The beautiful archipelago of around 1,190 tiny islands in 26 naturally occurring atolls that is the Maldives straddles the equator to the South West of Sri Lanka. The 26 natural atolls are divided into 20 administrative ones, with the capital Male’ established as an entity of its own forming the twenty-first division.

Together with the Lakshadweep formerly called Laccadive Islands (formerly part of the Maldives, and now part of India) to the north and the Chagos Islands to the south, the Maldives form part of a vast submerged mountain range, on the crest of which coral reefs have grown. The perfection of the Maldivian atolls is attested to by the fact that that the word ‘atoll’ in the English Language – meaning ‘ring-shaped coral reef enclosing a lagoon’, is a borrowing from the Maldivian language – Dhivehi.

Only 202 of the islands that stretches 820 kilometres north to south and 120 kilometres east to west are inhabited; 990 uninhabited and 87 are exclusive resort islands. Of her total 298 km2 (34, 750 square miles) area, 99 percent of the Maldives is sea and only 0.331 percent, 298 km2 (115 square miles) is land.

.The exact number of islands in the archipelago remains an unsolved mystery to this day. The British Admiralty chart lists some 1,100 islands, while a recent government count records 1,196. If sand bars and coral outcrops were included the figure would be closer to 2,000. Obtaining an accurate figure is further impeded by the fact that islands form while others disappear. Some islands are known to have combined, as others have split in to two and occasionally new islets have been known to form over coral reefs.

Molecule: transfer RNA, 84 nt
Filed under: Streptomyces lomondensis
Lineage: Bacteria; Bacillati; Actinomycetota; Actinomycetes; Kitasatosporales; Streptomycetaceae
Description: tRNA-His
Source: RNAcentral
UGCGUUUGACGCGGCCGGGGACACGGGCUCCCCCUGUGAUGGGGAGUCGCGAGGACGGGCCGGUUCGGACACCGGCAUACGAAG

These small, picturesque islands with dense tropical vegetation including shrubs, flowering plants and tall coconut palms surrounded by blindingly white beaches, crystalline lagoons that exhibit all shades of blue is the combination that has acclaimed Maldives as paradise on Earth.

Most of the islands can be walked across in no more than ten minutes; only a few are bigger than two square kilometres. Although most islands are less than a mile long, the merging of beaches, crystal waters, and crisp blue skies create a sense of infinite vastness – a natural openness that is rare; spelling a beckoning tranquillity.

The usual surface covering of the islands is a six inches deep layer of dark humus composed of a mixture of sand and organic matter accumulated from animal and vegetable matter through the millennia. Sand stone about 2 ft deep is found below, after which it changes to a layer of sand where fresh water can be obtained. Few islands where the natural water table is high, have fresh water lakes.

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